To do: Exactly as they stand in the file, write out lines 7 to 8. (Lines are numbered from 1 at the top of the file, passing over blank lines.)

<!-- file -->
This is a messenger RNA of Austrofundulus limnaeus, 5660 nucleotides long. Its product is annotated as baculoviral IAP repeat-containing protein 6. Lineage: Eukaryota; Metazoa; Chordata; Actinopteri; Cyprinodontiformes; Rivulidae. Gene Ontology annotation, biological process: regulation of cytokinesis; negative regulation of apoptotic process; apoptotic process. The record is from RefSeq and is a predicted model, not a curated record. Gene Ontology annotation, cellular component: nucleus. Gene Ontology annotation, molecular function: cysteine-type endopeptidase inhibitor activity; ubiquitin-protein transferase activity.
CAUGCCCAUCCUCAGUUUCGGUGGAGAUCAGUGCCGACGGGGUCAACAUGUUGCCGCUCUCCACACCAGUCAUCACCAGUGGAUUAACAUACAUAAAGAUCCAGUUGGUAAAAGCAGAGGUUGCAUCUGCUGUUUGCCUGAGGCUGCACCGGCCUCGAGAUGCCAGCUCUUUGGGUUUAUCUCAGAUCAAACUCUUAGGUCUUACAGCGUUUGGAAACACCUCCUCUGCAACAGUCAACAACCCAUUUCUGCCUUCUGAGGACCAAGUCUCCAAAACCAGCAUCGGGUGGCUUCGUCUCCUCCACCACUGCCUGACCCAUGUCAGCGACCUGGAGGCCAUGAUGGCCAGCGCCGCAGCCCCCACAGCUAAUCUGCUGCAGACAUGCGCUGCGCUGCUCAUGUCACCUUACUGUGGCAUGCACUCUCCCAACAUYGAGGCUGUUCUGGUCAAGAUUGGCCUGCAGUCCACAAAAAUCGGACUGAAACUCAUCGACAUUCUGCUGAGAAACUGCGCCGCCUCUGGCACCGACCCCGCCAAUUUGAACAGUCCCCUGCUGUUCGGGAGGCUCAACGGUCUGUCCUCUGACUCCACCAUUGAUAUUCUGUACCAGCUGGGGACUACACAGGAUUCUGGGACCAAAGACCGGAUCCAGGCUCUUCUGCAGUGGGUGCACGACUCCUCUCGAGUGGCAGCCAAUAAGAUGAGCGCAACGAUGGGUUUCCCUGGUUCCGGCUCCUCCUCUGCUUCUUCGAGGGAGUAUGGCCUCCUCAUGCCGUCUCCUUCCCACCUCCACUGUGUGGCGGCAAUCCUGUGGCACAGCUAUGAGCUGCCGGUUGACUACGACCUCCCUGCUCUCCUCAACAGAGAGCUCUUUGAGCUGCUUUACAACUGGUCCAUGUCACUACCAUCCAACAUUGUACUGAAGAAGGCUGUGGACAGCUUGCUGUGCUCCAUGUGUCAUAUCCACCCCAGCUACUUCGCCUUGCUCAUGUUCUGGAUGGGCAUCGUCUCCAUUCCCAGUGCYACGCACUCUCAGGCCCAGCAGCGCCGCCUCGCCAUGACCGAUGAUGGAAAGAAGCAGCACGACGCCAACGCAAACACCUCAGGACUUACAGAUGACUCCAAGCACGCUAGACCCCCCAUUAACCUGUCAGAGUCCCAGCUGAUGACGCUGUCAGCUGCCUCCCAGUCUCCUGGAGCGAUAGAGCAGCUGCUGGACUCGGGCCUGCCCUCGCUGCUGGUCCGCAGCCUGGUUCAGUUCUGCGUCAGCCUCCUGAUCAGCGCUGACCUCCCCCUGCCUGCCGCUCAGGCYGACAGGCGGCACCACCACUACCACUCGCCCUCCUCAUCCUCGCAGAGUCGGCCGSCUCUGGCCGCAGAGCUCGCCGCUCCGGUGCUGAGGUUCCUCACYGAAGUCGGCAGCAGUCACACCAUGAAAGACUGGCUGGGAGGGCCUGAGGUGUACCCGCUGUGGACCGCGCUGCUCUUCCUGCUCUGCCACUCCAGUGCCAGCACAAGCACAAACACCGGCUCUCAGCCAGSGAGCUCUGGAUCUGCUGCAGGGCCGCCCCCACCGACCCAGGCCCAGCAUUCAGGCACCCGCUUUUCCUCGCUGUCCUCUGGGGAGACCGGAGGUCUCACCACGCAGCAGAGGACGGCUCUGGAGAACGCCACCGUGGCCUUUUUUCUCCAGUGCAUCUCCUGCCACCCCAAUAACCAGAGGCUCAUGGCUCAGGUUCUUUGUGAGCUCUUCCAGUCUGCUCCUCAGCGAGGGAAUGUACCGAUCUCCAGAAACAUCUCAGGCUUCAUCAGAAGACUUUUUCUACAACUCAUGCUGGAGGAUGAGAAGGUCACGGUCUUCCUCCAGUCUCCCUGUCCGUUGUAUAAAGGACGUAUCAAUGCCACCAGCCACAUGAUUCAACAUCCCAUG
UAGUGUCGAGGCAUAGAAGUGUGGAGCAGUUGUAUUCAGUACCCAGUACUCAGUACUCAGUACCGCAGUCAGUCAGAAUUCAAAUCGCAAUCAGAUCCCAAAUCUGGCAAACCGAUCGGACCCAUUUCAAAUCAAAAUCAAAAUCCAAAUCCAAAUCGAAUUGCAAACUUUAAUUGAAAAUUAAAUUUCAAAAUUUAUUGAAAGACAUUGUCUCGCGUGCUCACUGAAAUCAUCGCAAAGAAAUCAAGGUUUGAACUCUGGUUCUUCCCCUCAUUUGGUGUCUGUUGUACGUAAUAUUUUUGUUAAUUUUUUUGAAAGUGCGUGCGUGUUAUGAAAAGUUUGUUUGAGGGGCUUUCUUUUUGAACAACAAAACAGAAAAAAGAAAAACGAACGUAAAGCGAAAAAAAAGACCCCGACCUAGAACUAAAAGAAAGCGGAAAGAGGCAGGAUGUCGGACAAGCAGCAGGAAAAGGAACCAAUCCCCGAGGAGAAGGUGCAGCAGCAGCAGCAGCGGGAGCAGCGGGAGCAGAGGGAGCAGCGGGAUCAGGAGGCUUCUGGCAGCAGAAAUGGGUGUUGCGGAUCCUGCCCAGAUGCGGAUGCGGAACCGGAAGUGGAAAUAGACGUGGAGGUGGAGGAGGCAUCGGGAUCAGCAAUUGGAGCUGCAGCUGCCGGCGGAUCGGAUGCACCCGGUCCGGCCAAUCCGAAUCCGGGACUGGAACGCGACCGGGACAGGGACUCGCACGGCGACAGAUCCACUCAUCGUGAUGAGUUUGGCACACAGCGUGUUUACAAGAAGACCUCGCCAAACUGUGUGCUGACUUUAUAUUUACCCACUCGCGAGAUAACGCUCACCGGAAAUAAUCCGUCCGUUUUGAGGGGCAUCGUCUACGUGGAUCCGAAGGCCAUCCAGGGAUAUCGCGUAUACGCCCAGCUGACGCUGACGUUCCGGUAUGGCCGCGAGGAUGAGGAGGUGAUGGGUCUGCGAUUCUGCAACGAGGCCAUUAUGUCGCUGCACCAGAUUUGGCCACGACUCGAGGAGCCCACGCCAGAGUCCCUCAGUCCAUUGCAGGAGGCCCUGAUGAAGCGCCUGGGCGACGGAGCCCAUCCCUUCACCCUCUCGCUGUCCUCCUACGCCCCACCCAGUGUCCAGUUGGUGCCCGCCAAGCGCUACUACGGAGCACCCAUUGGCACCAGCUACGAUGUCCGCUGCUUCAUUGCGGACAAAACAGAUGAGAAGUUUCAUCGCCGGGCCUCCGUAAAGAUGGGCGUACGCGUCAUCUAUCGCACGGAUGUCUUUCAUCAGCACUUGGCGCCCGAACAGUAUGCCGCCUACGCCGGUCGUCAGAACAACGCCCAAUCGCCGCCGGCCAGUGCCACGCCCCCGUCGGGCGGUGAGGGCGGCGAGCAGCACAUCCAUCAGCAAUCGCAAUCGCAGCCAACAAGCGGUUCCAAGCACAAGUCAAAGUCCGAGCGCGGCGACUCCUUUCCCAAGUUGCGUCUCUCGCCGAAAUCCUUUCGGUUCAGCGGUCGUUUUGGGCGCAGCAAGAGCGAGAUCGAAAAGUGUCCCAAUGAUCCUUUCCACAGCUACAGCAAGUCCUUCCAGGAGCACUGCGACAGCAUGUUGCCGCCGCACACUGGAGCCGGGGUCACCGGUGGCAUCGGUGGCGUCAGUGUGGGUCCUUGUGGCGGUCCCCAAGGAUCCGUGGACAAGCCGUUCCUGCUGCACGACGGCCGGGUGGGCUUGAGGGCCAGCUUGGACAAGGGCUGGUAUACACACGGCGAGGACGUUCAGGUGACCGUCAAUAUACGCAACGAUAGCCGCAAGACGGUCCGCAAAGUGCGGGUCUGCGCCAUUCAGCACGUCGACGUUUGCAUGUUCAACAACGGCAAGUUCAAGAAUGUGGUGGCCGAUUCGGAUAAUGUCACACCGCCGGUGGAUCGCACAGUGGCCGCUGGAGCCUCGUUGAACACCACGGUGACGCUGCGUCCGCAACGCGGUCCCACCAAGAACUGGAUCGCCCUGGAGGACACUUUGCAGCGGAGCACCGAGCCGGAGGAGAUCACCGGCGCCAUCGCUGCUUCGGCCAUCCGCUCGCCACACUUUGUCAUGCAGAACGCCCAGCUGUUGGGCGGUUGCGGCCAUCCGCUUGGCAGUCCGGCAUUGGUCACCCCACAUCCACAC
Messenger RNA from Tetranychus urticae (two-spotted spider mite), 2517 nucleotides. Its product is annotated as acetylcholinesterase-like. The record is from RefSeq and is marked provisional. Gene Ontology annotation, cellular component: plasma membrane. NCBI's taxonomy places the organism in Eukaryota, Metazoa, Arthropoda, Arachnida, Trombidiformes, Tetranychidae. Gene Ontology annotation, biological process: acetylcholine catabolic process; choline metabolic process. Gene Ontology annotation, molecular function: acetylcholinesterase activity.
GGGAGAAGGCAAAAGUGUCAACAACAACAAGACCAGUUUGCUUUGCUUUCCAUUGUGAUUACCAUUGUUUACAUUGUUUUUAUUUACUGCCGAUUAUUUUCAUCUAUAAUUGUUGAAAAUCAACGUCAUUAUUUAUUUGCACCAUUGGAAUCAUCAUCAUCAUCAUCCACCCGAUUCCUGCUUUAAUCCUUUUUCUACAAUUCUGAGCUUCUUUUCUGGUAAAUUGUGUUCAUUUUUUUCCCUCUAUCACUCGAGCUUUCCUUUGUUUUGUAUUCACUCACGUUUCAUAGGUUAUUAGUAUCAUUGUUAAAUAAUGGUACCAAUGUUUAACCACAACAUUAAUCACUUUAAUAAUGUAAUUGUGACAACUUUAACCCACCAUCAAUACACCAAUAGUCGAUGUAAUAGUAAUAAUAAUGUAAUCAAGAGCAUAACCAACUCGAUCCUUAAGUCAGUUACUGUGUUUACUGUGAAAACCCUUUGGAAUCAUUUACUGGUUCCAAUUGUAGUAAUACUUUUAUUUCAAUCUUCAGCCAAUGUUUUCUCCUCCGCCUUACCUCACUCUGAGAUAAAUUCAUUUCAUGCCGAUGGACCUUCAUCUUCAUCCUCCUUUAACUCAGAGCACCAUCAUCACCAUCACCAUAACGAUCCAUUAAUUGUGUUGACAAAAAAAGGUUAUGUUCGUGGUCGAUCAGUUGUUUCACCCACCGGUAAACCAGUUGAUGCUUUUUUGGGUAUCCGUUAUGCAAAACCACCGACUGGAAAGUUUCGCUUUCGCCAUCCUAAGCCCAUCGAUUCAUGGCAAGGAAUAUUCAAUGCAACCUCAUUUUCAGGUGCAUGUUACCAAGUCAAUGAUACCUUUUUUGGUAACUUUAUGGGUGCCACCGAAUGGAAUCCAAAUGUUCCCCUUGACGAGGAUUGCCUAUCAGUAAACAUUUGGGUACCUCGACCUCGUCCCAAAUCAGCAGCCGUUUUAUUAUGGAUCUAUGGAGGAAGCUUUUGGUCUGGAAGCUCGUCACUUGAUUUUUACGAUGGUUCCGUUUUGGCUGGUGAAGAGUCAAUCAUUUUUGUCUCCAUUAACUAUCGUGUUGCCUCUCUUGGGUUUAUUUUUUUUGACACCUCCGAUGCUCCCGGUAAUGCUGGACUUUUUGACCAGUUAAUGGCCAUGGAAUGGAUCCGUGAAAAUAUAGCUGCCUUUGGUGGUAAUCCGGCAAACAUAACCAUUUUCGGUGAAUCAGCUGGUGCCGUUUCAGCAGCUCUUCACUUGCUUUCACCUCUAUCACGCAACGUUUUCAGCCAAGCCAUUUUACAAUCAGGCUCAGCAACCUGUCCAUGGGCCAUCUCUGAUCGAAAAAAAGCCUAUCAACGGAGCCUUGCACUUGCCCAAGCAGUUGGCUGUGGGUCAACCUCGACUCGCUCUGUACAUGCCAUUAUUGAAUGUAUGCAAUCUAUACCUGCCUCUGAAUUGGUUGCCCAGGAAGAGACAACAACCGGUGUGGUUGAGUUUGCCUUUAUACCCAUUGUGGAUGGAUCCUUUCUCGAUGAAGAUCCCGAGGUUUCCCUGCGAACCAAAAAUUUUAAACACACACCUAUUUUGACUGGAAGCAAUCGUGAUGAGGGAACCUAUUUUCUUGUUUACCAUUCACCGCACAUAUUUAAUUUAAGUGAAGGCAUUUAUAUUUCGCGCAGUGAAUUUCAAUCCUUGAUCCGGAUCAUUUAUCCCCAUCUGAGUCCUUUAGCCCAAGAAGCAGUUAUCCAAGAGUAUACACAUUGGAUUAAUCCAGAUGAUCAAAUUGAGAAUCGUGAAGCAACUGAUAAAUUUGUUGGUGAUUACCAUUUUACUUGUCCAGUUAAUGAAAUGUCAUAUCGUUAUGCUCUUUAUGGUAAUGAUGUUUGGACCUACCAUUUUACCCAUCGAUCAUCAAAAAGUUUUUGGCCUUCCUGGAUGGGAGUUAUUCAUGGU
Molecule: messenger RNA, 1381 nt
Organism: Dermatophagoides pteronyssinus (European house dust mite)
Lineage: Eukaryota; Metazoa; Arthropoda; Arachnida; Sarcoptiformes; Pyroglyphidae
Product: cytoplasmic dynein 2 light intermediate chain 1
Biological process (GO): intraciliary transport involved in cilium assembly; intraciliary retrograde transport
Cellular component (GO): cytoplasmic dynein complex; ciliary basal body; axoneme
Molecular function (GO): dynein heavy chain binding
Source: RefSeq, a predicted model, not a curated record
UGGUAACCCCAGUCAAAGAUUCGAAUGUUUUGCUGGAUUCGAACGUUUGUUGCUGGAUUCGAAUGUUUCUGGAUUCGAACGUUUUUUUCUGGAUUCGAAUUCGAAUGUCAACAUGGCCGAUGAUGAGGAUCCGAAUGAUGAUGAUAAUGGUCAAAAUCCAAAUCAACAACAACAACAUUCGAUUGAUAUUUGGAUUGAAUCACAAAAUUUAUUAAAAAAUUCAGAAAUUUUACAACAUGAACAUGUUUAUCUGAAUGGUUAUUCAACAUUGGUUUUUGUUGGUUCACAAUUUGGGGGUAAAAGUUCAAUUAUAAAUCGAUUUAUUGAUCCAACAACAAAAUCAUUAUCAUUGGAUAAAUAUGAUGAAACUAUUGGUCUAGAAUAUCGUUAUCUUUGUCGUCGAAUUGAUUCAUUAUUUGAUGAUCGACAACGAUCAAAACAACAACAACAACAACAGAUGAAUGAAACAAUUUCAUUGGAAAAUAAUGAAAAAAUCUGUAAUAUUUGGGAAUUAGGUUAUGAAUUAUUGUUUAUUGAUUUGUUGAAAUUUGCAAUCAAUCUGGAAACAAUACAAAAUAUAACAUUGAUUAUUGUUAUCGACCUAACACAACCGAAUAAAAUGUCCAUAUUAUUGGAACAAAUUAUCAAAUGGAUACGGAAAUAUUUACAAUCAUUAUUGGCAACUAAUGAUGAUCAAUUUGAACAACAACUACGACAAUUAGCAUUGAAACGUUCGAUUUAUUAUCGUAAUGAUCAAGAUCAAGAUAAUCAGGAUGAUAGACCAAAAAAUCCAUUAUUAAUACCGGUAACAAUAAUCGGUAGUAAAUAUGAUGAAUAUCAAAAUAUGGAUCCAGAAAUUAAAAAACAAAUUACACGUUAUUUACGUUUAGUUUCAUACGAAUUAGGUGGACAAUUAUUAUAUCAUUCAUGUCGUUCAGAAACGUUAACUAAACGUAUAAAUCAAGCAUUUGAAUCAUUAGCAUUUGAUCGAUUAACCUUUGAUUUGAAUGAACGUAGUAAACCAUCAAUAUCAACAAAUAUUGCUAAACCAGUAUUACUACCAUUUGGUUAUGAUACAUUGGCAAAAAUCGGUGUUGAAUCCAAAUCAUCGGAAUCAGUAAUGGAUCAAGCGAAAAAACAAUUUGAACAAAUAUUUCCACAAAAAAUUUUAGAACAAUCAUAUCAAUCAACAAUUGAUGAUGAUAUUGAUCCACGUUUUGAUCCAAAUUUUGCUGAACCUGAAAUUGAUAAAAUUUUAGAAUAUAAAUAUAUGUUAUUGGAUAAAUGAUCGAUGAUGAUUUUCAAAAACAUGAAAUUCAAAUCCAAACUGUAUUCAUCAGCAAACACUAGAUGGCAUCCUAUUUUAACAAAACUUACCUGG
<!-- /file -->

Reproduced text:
Organism: Dermatophagoides pteronyssinus (European house dust mite)
Lineage: Eukaryota; Metazoa; Arthropoda; Arachnida; Sarcoptiformes; Pyroglyphidae